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Thai food


From: Thailand: Traits and Treasures, National Identity Board, ©2005 by Office of The Permanent Secretary, The Prime Minister’s Office, ISBN 974-9771-52-4


It is probably not an easy task for anyone to trace back the history of Thai food. However, the salient characteristics of Thai food are obvious, and they are hot, hotter, and hottest; to be more precise, spicy, spicier, and spiciest. Complementary to that, a myriad of tastes adds to the distinctiveness of Thai food. Thai cuisine is now one of the world’s most sought-after, and the famous dish, Tom Yam Kung, is definitely top on the list.

In terms of its unique place in the culinary world, Thai food has, for centuries, enjoyed the benefits of influences from the Chinese, Indian, Javanese (or Indonesian) and even Portuguese cuisines, among many others. There are many references to the introduction of their influences which have contributed to the amalgamation of the tastes, shapes and forms of Thai food. In several cases, Chinese dishes might have been incorporated into Thai dishes gradually, and have been accepted as part of the Sino-Thai cuisine.

The Royal Thai Government proclaimed, in 2004, that Thailand is going to be “The Kitchen to the World.” Now, Thai food has become even more widely known and appreciated by the world’s connoisseurs as well as the general public.

In the past, to savour the authentic and wonderful taste of Thai food, travellers had to make the long journey to Thailand. Today, Thai restaurants and Thai food can be found in almost every corner of the world, especially in metropolitan areas and major cities. As such, Thai food can comfortably rival its nearest competitors, namely Chinese and Japanese food.

The wide spectrum of tastes in Thai food is produced by the use of a great variety of herbs and spices. Naturally, the zest and potency of taste can greatly vary from dish to dish, but whether it is appetizers, soups, entrees, salads, curries, snacks, or sweets, these Thai delights reflect a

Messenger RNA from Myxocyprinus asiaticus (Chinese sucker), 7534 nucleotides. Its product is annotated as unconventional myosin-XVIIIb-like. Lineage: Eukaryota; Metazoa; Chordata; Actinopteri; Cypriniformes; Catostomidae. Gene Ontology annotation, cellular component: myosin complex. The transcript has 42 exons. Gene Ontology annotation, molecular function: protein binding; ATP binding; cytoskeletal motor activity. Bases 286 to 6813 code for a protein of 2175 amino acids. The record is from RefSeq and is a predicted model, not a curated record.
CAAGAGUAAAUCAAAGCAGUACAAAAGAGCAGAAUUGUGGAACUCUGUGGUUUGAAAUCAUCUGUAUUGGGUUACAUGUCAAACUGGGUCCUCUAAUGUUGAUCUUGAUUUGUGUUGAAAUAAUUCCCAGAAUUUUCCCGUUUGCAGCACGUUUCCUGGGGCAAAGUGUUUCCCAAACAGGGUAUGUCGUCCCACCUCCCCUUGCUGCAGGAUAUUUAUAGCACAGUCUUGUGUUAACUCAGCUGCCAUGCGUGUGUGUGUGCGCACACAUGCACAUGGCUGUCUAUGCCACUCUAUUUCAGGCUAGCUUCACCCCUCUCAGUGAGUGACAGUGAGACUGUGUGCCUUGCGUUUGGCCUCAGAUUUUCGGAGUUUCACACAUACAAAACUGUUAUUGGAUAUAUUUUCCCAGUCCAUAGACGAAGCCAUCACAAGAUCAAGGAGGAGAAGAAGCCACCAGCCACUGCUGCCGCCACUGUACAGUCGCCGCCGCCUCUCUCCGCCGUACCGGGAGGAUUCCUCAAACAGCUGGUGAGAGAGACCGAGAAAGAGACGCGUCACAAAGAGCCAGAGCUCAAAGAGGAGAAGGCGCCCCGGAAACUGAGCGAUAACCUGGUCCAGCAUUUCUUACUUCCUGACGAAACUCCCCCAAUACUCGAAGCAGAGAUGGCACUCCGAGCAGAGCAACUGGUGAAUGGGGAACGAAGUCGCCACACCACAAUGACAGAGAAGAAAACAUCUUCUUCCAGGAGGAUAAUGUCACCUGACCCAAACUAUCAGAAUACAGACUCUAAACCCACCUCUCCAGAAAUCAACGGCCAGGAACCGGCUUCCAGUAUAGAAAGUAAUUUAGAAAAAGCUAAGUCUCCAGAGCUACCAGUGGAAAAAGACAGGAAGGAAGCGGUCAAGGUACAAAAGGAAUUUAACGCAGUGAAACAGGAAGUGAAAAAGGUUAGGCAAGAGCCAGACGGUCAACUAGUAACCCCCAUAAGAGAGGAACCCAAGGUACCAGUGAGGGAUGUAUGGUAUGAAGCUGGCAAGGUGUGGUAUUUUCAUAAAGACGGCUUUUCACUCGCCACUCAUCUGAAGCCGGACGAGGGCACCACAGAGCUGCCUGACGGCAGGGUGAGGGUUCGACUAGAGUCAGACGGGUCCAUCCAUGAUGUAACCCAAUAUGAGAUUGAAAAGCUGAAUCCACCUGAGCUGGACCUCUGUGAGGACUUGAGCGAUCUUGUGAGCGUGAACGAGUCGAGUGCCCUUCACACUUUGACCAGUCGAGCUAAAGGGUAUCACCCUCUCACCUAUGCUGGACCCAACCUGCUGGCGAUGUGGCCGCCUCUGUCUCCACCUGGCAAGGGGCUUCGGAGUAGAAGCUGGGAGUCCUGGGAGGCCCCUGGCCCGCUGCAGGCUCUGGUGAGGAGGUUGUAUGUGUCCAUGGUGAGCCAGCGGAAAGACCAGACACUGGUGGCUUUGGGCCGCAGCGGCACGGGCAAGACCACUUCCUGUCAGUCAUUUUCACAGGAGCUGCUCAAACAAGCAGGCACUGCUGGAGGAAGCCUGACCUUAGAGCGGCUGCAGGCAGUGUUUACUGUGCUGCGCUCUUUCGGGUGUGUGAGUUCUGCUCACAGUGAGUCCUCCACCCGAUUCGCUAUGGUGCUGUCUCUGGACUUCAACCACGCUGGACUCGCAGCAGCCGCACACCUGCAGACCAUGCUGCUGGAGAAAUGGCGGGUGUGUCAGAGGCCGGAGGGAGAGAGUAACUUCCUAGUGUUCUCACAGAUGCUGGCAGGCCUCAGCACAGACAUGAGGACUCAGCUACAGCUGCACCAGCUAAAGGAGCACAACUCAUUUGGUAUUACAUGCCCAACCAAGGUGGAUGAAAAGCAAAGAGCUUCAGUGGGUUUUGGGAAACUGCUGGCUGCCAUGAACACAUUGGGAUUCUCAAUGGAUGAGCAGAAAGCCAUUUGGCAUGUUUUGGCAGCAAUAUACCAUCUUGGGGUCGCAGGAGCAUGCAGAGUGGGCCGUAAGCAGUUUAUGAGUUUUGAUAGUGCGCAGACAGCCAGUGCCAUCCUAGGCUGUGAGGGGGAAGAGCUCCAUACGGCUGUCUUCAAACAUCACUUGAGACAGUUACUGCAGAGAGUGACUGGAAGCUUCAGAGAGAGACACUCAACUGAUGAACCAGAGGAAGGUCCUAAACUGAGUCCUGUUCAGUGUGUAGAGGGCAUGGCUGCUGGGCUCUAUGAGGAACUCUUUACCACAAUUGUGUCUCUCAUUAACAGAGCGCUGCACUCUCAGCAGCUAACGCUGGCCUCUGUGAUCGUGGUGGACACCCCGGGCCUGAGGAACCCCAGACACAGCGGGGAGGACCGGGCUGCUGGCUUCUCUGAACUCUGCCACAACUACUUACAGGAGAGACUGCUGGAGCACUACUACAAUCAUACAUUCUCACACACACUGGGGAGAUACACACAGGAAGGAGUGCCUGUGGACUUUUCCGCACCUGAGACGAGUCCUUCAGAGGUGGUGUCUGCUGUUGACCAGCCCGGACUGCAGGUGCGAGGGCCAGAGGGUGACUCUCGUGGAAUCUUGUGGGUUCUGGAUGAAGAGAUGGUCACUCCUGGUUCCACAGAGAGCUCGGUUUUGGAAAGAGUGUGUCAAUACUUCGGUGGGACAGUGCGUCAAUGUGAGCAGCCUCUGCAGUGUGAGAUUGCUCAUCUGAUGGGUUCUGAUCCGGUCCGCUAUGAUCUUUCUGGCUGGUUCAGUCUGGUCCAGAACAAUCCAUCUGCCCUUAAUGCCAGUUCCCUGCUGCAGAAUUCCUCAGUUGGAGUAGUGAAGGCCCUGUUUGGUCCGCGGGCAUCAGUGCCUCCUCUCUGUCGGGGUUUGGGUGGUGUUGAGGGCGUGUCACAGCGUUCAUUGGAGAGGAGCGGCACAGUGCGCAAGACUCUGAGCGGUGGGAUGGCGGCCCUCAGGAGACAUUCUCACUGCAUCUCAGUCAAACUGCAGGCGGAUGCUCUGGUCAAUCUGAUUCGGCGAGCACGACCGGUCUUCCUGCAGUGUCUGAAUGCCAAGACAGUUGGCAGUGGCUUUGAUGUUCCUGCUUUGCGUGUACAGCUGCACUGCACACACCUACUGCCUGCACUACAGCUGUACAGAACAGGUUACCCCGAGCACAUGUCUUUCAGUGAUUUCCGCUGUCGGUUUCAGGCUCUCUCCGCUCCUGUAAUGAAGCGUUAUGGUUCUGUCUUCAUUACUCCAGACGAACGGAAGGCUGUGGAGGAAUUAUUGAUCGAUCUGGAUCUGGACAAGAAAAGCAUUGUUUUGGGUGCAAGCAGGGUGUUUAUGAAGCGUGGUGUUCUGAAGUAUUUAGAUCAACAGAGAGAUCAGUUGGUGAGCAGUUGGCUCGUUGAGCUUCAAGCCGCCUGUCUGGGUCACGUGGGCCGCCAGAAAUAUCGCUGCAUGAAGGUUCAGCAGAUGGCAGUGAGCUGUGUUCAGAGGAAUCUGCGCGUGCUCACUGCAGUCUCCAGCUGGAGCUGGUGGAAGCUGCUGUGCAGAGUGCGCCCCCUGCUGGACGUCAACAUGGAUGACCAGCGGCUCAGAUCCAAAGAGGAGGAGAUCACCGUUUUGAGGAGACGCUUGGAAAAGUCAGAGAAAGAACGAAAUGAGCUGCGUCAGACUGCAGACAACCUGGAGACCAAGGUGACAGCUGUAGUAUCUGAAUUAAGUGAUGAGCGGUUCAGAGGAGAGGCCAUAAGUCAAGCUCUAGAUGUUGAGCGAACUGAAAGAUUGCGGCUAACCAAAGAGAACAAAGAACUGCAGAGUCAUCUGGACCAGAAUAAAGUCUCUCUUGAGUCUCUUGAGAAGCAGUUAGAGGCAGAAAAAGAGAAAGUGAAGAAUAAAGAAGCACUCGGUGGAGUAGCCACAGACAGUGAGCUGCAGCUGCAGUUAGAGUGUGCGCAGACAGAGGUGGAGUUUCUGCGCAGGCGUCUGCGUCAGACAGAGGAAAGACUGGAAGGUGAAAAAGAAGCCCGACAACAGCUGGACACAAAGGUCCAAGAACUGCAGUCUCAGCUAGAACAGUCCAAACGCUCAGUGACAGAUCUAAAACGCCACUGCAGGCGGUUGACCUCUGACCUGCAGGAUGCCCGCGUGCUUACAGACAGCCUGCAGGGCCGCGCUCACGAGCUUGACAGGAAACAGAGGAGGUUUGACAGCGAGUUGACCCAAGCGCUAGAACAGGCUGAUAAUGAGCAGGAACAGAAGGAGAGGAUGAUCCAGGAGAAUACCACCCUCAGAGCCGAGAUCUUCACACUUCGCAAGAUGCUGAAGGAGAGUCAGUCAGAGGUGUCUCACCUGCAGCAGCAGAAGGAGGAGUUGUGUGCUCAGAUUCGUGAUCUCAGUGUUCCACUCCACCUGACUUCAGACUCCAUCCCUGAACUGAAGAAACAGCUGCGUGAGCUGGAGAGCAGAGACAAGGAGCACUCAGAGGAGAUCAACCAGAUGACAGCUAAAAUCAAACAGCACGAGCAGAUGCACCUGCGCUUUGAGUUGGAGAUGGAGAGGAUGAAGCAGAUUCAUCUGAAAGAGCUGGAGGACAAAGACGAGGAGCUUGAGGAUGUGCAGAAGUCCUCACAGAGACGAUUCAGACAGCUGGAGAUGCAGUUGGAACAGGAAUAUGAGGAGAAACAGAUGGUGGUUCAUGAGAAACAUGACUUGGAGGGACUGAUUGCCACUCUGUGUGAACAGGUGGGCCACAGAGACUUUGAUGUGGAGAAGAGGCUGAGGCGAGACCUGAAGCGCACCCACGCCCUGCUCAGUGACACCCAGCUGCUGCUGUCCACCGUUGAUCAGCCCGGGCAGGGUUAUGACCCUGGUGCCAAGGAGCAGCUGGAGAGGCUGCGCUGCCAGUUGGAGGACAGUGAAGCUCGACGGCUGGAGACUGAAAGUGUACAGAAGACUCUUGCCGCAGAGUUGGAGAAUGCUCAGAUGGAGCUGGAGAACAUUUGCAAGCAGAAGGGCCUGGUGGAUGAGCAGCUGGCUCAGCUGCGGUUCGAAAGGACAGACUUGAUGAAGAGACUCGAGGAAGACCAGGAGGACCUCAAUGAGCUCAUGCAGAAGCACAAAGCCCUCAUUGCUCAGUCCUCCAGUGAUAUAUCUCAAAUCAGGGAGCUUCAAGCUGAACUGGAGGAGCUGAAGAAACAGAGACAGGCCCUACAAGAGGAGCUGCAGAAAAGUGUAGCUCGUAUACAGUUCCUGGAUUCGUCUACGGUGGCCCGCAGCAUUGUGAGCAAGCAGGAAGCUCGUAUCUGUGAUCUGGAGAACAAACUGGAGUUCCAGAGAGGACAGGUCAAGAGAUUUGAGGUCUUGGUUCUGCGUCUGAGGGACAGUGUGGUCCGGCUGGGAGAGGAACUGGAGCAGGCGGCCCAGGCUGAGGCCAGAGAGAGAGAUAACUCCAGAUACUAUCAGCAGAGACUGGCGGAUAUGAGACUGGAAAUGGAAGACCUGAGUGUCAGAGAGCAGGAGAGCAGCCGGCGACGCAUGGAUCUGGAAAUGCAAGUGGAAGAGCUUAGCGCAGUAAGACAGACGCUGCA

distinguished feature _ the blending of different tastes.

Most Thai dishes are eaten with rice, and Jasmine rice or Khao Hom Mali is the most famous Thai rice. The main ingredient in most dishes is Phrik Khi Nu, tiny, very hot chillies. If Thai food has to be differentiated according to its geographical milieu, then the four major regions of the country set the geographical distinctions: north, northeast, central, and south. Sticky rice or short-grained rice exemplifies the north and northeast regions, while the central plain and the south favour the long-grained rice, of which Jasmine rice is
creme de la creme, as their main accompaniment.

Northern Thai food has been influenced by the Chinese and Burmese culinary schools, and most of the food has a milder taste, in comparison to the food in other regions. Northeastern or Isan Thai food reflects the long relationship with a neighbouring country, the Lao PDR. The most famous dish, which has garnered its reputation both  domestically and internationally, is the spicy papaya salad or Som Tam.

The Central Plain is a melting pot where different culinary spheres have mixed to create a perfect harmony. This, of course, is highlighted by the invention of the culinary arts of the royal courts throughout the long history of Thailand. These culinary arts focus on the beautification and presentation of the food as well as harmonization of its tastes. To be classified into the genre of real Thai food nomenclature, its root usually originates from the royal cooking households. The most striking feature is fruit and vegetable carving, which no other country in the world can match. Southern food is typified by the Malay culinary culture. The major influx is from Malaysia, the country that shares a border with the South of Thailand.

Taken from: Thailand: Traits and Treasures. The National Identity Board, Royal Thai Government 2005.


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